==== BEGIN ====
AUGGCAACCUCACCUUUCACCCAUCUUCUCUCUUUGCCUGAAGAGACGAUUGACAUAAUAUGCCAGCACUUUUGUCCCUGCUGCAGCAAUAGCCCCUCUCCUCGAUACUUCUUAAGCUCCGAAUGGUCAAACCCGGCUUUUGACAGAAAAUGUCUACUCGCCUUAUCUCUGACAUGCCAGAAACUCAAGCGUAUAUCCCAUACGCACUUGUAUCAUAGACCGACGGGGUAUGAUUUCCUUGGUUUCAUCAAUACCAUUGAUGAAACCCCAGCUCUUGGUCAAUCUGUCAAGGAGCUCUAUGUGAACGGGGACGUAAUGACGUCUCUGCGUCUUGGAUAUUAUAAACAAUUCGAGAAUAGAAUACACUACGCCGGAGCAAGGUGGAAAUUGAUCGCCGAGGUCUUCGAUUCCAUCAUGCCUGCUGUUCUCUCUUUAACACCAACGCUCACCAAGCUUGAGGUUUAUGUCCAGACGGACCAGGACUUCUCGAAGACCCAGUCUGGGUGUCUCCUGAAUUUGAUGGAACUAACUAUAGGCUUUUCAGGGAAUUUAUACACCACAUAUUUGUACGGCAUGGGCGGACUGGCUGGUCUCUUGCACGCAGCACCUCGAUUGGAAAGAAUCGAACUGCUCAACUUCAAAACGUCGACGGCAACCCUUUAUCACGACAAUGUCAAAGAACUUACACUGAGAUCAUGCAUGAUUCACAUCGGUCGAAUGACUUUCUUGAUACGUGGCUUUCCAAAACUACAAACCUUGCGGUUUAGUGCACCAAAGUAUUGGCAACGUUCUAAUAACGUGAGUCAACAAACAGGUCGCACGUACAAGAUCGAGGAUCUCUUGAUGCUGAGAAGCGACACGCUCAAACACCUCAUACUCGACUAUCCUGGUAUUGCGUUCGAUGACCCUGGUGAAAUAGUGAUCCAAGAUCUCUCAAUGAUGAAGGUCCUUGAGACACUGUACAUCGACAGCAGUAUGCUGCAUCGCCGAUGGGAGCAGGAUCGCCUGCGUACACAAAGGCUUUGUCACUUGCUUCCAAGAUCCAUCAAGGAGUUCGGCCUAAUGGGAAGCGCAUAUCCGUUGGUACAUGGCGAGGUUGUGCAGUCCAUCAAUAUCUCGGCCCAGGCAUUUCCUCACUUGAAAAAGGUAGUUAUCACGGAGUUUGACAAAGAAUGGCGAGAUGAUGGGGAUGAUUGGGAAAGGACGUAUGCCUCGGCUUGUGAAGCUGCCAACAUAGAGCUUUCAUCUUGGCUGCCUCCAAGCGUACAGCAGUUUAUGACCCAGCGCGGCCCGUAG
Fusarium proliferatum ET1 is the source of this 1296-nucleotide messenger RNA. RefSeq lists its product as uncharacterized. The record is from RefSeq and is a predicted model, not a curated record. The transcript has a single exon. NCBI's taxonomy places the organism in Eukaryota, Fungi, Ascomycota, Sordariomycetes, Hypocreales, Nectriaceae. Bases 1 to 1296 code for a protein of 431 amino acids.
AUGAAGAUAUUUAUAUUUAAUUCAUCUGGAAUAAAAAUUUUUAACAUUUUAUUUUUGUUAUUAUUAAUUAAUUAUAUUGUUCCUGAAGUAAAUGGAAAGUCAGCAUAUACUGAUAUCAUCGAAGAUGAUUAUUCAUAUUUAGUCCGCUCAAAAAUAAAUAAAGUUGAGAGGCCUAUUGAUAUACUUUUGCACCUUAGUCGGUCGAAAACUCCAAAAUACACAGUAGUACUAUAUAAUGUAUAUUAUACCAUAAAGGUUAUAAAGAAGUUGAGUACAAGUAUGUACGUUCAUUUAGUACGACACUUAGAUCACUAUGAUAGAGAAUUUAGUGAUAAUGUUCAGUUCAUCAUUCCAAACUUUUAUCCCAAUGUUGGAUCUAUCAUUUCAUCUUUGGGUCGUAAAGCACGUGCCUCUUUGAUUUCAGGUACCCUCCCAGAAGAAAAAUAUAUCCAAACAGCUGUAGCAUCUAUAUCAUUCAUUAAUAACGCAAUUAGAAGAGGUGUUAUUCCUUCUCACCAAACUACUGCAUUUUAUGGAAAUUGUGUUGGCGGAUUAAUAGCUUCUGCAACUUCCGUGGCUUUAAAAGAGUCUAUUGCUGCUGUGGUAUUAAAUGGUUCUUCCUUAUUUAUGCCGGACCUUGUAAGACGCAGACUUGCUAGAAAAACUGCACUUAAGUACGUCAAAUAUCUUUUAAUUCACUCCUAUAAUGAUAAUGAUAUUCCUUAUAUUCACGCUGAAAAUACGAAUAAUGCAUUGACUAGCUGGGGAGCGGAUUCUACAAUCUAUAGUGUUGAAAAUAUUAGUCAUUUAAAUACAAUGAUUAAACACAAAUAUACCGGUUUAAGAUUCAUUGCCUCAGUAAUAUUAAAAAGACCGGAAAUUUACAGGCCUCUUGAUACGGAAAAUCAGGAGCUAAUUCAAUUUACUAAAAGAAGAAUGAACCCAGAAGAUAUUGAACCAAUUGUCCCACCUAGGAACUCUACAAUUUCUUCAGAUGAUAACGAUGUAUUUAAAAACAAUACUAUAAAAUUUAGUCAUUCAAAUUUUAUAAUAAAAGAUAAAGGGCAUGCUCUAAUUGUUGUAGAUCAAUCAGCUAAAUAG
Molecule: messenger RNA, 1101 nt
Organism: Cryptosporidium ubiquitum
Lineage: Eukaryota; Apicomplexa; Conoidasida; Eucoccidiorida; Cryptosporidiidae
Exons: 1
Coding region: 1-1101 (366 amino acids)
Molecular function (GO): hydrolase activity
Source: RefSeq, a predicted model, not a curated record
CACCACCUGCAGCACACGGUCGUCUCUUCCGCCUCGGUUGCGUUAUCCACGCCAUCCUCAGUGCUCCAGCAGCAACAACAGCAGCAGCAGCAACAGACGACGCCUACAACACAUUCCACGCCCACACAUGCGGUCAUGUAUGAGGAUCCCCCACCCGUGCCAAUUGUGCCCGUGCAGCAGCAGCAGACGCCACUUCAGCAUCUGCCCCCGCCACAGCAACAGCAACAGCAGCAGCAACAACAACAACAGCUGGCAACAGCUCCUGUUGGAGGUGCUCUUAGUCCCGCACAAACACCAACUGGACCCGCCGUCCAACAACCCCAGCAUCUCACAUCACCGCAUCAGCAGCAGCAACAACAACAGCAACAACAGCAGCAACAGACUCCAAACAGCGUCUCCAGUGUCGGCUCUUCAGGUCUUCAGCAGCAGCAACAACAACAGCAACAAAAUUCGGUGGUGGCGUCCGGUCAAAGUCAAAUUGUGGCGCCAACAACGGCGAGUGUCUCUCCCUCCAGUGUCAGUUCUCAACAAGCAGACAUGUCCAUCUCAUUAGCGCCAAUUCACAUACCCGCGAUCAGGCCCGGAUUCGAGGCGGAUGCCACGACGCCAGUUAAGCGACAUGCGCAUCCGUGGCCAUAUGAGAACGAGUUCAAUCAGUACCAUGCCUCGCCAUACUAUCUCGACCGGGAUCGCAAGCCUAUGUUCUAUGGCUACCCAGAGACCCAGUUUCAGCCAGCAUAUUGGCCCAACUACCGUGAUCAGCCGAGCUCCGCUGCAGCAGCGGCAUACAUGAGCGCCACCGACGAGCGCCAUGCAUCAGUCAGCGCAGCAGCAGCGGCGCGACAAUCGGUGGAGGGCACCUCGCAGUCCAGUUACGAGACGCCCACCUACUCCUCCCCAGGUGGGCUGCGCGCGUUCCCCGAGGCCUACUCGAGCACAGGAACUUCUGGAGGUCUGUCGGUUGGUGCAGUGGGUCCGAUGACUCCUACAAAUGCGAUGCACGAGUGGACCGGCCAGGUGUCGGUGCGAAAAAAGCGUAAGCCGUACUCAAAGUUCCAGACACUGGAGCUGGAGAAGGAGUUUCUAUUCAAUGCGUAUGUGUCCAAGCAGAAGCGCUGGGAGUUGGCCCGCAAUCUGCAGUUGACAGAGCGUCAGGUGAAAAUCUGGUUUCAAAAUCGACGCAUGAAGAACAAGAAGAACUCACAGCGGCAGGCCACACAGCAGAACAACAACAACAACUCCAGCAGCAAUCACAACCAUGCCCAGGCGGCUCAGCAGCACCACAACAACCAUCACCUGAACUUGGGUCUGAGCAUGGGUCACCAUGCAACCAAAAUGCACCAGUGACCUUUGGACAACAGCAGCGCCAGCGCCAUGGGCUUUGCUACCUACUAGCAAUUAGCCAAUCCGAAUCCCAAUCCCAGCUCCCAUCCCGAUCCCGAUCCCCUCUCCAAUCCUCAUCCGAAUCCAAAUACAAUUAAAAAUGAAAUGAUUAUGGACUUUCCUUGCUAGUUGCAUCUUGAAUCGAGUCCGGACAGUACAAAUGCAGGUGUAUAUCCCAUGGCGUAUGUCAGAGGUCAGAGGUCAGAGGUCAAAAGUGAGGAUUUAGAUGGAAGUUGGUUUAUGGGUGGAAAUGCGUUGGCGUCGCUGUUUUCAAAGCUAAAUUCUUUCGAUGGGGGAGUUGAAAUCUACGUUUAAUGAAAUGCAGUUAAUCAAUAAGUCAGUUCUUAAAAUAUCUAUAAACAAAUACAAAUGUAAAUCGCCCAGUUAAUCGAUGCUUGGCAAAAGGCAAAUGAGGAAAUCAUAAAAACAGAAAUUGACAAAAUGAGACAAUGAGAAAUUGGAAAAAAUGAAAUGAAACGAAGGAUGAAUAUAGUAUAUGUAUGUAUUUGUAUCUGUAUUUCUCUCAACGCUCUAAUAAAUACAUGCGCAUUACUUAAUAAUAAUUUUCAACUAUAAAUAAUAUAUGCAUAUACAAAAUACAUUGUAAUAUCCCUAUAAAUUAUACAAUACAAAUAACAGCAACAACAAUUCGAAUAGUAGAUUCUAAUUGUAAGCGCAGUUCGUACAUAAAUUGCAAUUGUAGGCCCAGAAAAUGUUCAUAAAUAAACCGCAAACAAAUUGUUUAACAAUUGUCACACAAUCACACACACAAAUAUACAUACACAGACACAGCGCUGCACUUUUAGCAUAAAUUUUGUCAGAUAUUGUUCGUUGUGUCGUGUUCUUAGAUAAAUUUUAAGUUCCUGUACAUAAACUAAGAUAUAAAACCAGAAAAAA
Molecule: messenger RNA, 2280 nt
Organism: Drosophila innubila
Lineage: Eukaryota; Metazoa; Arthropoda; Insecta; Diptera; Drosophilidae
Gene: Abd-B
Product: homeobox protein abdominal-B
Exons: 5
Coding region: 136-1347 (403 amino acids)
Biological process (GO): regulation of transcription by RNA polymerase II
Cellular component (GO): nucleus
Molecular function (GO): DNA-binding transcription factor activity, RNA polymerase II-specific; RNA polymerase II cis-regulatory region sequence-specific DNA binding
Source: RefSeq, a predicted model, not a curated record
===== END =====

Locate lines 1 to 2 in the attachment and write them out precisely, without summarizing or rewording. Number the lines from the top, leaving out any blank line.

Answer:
AUGGCAACCUCACCUUUCACCCAUCUUCUCUCUUUGCCUGAAGAGACGAUUGACAUAAUAUGCCAGCACUUUUGUCCCUGCUGCAGCAAUAGCCCCUCUCCUCGAUACUUCUUAAGCUCCGAAUGGUCAAACCCGGCUUUUGACAGAAAAUGUCUACUCGCCUUAUCUCUGACAUGCCAGAAACUCAAGCGUAUAUCCCAUACGCACUUGUAUCAUAGACCGACGGGGUAUGAUUUCCUUGGUUUCAUCAAUACCAUUGAUGAAACCCCAGCUCUUGGUCAAUCUGUCAAGGAGCUCUAUGUGAACGGGGACGUAAUGACGUCUCUGCGUCUUGGAUAUUAUAAACAAUUCGAGAAUAGAAUACACUACGCCGGAGCAAGGUGGAAAUUGAUCGCCGAGGUCUUCGAUUCCAUCAUGCCUGCUGUUCUCUCUUUAACACCAACGCUCACCAAGCUUGAGGUUUAUGUCCAGACGGACCAGGACUUCUCGAAGACCCAGUCUGGGUGUCUCCUGAAUUUGAUGGAACUAACUAUAGGCUUUUCAGGGAAUUUAUACACCACAUAUUUGUACGGCAUGGGCGGACUGGCUGGUCUCUUGCACGCAGCACCUCGAUUGGAAAGAAUCGAACUGCUCAACUUCAAAACGUCGACGGCAACCCUUUAUCACGACAAUGUCAAAGAACUUACACUGAGAUCAUGCAUGAUUCACAUCGGUCGAAUGACUUUCUUGAUACGUGGCUUUCCAAAACUACAAACCUUGCGGUUUAGUGCACCAAAGUAUUGGCAACGUUCUAAUAACGUGAGUCAACAAACAGGUCGCACGUACAAGAUCGAGGAUCUCUUGAUGCUGAGAAGCGACACGCUCAAACACCUCAUACUCGACUAUCCUGGUAUUGCGUUCGAUGACCCUGGUGAAAUAGUGAUCCAAGAUCUCUCAAUGAUGAAGGUCCUUGAGACACUGUACAUCGACAGCAGUAUGCUGCAUCGCCGAUGGGAGCAGGAUCGCCUGCGUACACAAAGGCUUUGUCACUUGCUUCCAAGAUCCAUCAAGGAGUUCGGCCUAAUGGGAAGCGCAUAUCCGUUGGUACAUGGCGAGGUUGUGCAGUCCAUCAAUAUCUCGGCCCAGGCAUUUCCUCACUUGAAAAAGGUAGUUAUCACGGAGUUUGACAAAGAAUGGCGAGAUGAUGGGGAUGAUUGGGAAAGGACGUAUGCCUCGGCUUGUGAAGCUGCCAACAUAGAGCUUUCAUCUUGGCUGCCUCCAAGCGUACAGCAGUUUAUGACCCAGCGCGGCCCGUAG
Fusarium proliferatum ET1 is the source of this 1296-nucleotide messenger RNA. RefSeq lists its product as uncharacterized. The record is from RefSeq and is a predicted model, not a curated record. The transcript has a single exon. NCBI's taxonomy places the organism in Eukaryota, Fungi, Ascomycota, Sordariomycetes, Hypocreales, Nectriaceae. Bases 1 to 1296 code for a protein of 431 amino acids.